probitics-enzymes/slippery elm/psyllium – as needed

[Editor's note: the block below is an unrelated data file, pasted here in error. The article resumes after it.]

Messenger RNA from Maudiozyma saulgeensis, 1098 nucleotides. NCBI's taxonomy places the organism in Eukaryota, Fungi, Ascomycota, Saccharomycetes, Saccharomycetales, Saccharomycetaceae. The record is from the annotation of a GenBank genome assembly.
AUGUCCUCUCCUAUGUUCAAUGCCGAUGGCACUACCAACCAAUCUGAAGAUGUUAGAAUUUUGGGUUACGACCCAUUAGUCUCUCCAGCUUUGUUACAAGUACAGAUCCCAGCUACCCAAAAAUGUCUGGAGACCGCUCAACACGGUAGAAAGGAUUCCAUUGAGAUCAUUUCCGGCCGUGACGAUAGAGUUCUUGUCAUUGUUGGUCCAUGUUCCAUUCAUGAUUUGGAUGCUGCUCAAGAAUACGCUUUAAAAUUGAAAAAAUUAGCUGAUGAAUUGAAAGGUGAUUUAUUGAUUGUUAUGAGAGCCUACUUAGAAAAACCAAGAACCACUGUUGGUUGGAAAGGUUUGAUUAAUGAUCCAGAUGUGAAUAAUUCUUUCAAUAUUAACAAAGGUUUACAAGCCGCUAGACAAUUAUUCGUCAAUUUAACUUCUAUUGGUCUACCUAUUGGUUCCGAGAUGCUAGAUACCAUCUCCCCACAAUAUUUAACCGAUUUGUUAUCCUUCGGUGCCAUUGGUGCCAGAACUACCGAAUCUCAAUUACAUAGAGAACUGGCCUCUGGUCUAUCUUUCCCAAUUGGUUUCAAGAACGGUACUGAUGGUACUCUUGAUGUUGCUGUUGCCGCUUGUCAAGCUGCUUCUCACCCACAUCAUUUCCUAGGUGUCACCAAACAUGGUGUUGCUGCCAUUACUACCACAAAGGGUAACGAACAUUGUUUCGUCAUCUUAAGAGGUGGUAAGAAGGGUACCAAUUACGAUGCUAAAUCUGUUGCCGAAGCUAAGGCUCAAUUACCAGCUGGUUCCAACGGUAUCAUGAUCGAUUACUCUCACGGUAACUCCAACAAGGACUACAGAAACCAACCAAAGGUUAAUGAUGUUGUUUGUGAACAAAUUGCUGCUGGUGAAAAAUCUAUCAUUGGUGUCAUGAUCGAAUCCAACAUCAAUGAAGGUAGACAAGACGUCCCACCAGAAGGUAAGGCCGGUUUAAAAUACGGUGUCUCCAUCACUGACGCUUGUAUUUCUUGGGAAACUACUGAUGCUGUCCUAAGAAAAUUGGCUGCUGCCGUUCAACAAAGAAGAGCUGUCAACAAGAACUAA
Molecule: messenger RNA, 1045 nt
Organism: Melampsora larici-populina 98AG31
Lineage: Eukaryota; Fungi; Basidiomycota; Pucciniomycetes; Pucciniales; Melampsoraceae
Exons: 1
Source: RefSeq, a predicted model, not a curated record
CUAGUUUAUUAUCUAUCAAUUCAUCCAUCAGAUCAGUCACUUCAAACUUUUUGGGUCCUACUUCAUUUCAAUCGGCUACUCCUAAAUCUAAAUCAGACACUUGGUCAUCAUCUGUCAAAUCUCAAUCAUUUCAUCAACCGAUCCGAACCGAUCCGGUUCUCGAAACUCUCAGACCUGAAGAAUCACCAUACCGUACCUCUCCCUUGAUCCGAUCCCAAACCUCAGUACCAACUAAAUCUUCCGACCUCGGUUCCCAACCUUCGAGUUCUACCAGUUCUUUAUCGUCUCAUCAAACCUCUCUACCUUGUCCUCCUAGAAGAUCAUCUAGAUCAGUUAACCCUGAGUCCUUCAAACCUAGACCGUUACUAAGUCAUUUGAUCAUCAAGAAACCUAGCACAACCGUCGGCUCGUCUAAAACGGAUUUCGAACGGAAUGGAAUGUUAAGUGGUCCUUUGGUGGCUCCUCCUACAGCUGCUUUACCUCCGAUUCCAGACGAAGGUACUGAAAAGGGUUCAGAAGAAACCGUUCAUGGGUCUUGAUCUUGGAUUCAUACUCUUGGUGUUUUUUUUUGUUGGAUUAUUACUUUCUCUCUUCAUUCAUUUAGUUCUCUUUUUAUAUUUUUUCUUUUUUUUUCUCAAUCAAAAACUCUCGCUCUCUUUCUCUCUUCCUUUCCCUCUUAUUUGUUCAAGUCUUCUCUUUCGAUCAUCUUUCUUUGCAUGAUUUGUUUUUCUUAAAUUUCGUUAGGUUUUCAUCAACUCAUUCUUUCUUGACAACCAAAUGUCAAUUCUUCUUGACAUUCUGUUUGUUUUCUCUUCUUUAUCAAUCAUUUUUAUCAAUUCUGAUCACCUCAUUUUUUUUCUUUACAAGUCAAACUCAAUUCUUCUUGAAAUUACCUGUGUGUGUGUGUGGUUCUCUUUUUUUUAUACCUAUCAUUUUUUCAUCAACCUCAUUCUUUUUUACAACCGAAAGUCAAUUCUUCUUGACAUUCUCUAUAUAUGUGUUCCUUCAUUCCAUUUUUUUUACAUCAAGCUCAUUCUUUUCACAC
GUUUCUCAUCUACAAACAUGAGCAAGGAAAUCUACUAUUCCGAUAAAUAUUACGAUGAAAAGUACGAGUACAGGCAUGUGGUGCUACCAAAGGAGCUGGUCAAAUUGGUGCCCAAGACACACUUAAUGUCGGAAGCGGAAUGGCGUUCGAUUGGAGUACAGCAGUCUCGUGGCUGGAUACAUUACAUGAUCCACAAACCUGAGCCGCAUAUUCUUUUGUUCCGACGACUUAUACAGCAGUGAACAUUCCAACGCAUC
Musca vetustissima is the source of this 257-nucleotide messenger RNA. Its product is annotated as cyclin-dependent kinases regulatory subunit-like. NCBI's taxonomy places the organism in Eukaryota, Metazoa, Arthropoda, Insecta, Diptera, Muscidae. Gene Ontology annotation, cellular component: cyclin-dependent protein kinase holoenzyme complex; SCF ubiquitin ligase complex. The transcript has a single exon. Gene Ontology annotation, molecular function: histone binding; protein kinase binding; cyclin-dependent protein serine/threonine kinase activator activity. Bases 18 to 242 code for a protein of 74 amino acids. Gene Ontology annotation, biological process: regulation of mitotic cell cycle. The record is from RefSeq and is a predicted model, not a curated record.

May 31, 2012: I decided to try laser therapy to see if it would help with Siggy’s arthritis. It was offered at the cats only clinic only, so we switched his care back to them. Labs were normal except three elevated liver enzymes, one possibly due to his severe dental disease.  His kidney values improved, possibly due to his fluid therapy. It was suggested to do an echocardiogram before putting him under anesthesia, but I didn’t want to put him through another procedure and didn’t want him living with a painful mouth in addition to all his other issues. His heart murmur was grade 2-3, he was examined by another vet at the clinic and given the okay for the dental. On his next two visits, the heart murmur was nonexistent. Siggy had one tooth extracted and his recovery went well. I asked them to not give him ketamine, as he reacts adversely to it.  The area where the tooth was extracted was lasered to promote healing. He was on buprenorphine for three days after the dental, which caused a decrease in his appetite. Siggy did well for the first week after the procedure. He had received four laser treatments and was walking around more comfortably and jumping up onto things. He was also passing stool more easily. The following week his energy level was low and he spent more time resting. His appetite decreased and he drooled for a few days. At his post-op appointment his mouth was completely healed and the sutures had dissolved. He lost 7 oz. in 19 days. I was instructed to give Cerenia daily for 2 weeks to help with nausea. I decreased Dasuquin to once daily, instead of 2x daily. It was the only change in medication and I want to make sure it’s not causing the increased nausea. In the last 20 days Siggy had six treatments of laser therapy on multiple sites. It was applied to his left and right elbows, left and right knees and hips, and spine. He was a very good patient for all his treatments and procedures, and never needed restraint.  In a month we will evaluate to see if we will continue the laser therapy 1-2 times a month. He still appreciates daily lap time and petting, but I’m becoming more concerned as his lethargy continues.